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Specialty Formula for Baby’s Allergy

Usually, manufacturers use cow milk as the basis for the production of infant formulas. Meanwhile, lots of babies suffer from cow milk protein allergies. It has already been proven that it is the most powerful allergen for infants. According to the results of European studies, an allergy to dairy products is recorded in about 4% of children in the first year of life.

Causes of Cow Milk Protein Allergy


There are two main reasons why an infant may face dairy intolerance. The first one is hereditary and the second one is the immaturity of the kid’s organism. The risk of developing allergies is approximately 40% if one of the parents suffers from an intolerance. If both mom and dad are allergic, then this probability increases to 80%.

The immaturity of the organism which leads to the allergy is considered natural for all children under one-year-old. The gastrointestinal tract only develops at this age hence the digestive problems are so frequent because there are not enough enzymes to digest the amount of food a kid receives. The allergy to milk protein is also caused by an imbalance in the intestinal microbial flora, especially in premature and low-weight babies. Fortunately, immaturity is a temporary factor, therefore, most babies successfully outgrow milk intolerance.

Signs of an Allergic Reaction


Intolerance symptoms can occur during the first days of life. They appear almost immediately after consuming formula based on cow milk. The common clues are dry cough, nasal congestion, wheezing, shortness of breath, and Quincke’s edema. Sometimes an allergy appears several hours or days after consuming products based on cow milk.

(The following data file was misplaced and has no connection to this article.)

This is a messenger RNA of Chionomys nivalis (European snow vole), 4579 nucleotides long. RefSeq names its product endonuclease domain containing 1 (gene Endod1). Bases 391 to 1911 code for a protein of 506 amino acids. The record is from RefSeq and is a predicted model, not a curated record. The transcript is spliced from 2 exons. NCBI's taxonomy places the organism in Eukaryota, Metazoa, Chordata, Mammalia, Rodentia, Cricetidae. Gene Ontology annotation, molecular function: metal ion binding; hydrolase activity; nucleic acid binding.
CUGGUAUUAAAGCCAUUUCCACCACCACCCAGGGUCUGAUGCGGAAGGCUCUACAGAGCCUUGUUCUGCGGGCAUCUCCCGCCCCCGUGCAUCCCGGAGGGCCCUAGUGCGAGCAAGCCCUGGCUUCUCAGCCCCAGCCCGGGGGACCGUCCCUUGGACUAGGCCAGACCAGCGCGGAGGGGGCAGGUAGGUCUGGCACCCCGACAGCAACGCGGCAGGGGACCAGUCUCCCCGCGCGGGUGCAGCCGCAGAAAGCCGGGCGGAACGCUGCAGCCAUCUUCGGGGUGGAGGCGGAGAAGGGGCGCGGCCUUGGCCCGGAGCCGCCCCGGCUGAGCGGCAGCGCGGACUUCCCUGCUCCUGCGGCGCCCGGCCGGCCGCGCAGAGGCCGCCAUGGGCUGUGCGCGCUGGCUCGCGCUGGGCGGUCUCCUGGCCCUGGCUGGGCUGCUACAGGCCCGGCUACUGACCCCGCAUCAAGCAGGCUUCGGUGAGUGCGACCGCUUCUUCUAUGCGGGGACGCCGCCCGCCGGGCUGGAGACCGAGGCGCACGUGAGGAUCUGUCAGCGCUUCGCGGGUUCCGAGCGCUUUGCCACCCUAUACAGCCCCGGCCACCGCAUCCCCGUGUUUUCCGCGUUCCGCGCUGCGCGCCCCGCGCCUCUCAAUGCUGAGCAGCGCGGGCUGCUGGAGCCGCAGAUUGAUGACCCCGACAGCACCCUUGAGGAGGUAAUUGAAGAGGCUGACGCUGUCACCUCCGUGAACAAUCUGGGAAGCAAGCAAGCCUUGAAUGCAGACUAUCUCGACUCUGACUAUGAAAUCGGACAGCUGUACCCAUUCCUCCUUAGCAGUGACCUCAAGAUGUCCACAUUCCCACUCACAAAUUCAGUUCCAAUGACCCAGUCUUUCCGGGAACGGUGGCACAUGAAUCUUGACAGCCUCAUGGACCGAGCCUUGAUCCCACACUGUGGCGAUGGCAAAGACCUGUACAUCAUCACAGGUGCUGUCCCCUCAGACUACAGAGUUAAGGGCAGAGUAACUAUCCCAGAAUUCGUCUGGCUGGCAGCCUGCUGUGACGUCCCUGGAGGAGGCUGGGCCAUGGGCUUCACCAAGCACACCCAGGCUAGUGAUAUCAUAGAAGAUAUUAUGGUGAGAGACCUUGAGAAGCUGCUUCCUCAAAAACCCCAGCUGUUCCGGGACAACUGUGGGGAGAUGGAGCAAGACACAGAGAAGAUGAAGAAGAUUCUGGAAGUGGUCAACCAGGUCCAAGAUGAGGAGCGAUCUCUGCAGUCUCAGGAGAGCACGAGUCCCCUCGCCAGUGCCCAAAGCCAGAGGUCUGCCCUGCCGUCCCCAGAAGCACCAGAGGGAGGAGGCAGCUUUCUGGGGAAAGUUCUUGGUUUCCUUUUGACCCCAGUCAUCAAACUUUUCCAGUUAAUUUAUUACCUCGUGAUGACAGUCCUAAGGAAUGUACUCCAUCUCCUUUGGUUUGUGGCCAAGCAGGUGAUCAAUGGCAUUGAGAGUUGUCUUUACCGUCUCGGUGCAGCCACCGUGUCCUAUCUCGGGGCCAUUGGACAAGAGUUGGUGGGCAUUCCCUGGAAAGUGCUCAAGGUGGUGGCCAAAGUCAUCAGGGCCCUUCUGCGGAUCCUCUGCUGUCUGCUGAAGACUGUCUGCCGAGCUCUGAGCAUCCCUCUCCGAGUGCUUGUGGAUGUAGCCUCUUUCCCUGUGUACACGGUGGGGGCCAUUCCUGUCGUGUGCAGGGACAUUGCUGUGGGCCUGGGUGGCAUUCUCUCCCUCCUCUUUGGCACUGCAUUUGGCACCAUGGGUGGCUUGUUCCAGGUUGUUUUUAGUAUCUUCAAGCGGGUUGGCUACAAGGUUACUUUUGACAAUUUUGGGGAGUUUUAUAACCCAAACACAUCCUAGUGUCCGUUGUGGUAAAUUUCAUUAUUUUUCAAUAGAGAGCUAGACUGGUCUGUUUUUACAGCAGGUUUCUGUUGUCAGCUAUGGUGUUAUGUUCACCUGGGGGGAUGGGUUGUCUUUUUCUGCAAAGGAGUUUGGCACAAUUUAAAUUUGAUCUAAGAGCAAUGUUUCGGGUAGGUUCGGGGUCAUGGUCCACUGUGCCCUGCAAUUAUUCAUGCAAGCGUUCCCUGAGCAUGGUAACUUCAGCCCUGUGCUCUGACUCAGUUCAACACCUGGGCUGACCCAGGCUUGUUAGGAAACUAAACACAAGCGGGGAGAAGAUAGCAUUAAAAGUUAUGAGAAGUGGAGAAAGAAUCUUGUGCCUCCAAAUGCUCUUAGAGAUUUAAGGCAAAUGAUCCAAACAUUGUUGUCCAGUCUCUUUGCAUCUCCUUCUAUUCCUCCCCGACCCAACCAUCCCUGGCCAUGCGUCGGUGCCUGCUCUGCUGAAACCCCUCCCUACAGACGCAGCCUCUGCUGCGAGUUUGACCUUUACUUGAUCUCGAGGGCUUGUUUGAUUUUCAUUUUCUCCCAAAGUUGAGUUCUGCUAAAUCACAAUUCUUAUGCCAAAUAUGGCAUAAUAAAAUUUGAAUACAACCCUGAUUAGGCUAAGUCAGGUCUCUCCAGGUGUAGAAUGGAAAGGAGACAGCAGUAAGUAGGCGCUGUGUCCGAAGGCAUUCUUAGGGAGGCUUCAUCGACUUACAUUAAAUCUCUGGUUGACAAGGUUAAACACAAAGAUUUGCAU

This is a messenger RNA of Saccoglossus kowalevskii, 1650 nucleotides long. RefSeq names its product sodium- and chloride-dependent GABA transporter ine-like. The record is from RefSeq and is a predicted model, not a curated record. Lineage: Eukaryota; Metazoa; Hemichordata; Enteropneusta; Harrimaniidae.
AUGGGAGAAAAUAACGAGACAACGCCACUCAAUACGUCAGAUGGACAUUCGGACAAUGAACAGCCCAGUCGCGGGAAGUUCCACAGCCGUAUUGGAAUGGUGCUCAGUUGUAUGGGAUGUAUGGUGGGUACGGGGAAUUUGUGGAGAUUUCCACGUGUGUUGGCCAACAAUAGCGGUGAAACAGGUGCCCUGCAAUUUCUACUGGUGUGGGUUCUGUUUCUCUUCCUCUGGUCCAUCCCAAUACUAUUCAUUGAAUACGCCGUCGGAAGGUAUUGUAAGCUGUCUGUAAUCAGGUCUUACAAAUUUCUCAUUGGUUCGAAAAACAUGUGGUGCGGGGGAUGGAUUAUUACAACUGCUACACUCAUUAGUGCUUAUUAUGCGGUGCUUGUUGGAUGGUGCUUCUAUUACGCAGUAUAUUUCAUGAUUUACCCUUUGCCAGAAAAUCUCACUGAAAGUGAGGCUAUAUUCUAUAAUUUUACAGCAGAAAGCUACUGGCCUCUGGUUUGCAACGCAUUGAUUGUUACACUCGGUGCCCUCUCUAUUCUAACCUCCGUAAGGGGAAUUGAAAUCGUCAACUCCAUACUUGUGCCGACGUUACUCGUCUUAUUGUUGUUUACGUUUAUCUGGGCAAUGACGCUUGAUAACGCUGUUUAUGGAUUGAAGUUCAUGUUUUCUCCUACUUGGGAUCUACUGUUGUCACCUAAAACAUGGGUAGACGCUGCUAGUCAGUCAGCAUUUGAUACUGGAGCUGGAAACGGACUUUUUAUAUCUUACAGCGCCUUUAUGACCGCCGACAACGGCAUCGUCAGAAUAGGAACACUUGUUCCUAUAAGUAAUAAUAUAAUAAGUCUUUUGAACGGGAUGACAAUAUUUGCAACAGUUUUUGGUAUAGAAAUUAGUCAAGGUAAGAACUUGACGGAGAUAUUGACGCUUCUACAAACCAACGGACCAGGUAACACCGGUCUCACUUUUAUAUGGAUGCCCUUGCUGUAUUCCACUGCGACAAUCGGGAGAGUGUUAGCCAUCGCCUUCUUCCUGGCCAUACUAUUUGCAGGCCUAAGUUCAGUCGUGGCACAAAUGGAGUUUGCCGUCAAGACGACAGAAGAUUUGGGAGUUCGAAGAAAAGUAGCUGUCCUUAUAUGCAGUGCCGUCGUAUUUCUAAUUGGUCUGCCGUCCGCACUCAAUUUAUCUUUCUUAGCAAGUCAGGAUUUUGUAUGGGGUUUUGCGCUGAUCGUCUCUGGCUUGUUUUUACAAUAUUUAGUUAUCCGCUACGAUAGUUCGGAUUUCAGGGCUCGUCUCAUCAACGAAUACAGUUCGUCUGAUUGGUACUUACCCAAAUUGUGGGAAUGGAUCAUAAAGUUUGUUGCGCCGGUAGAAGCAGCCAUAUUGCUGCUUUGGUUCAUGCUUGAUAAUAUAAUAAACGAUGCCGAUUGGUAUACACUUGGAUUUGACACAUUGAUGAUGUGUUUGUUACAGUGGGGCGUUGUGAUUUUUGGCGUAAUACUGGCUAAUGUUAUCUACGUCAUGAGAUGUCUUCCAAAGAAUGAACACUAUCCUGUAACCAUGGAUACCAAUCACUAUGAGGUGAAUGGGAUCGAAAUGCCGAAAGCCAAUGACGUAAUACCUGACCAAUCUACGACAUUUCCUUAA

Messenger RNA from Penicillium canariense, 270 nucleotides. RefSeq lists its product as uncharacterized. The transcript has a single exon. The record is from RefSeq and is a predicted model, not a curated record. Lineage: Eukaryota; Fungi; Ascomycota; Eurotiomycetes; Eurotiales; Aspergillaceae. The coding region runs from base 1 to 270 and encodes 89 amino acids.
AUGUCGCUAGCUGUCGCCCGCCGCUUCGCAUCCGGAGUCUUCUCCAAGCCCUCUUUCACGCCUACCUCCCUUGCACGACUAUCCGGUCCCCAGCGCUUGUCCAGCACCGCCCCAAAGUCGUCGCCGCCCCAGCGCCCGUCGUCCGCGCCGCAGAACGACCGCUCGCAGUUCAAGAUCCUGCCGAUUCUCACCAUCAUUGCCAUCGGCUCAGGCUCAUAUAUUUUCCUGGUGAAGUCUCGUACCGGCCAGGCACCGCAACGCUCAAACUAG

Skin symptoms are characterized by rashes mainly on the face (cheeks, forehead), and the inside of the elbows and knees. Gastrointestinal signs are shown as:

  • Colic. The reason is that the protein is poorly digested and it irritates the gastrointestinal mucosa. It leads to increased gas production, which also causes pain.
  • Stool disorders. They are usually expressed as diarrhea.
  • Regurgitation and vomiting after feeding.
  • Decreased appetite and growth retardation.

What to Do if a Baby Has an Allergy to Milk Protein?


If an infant has any of the symptoms described, the first step for parents is to visit a pediatrician. In case, an allergy is confirmed a pediatrician would recommend starting feeding a baby with specialty hydrolyzate or amino acids formula. However, it is important to switch to such feeding gradually as the taste of the product changes, and not all children like it.

If an allergy is not confirmed, but one of the parents has it, a doctor may advise giving a kid hypoallergenic formula as a preventive measure. In the absence of severe allergic reactions, a pediatrician can recommend Goat milk Formula. Along with protein that presents in cow milk there is also alpha-s1 casein that is one of the most potent allergens. It is absent in breast milk at all, and in goat milk it is negligible. Therefore, formula based on goat milk seldom provokes allergic reactions and is absorbed 6 times faster.

Unlike cow milk which contains A1-beta-casein which slows down gastrointestinal motility and decreases lactase synthesis, in goat milk, there is A2-beta-casein which has a positive effect on the intestinal microflora thus relieving colic.

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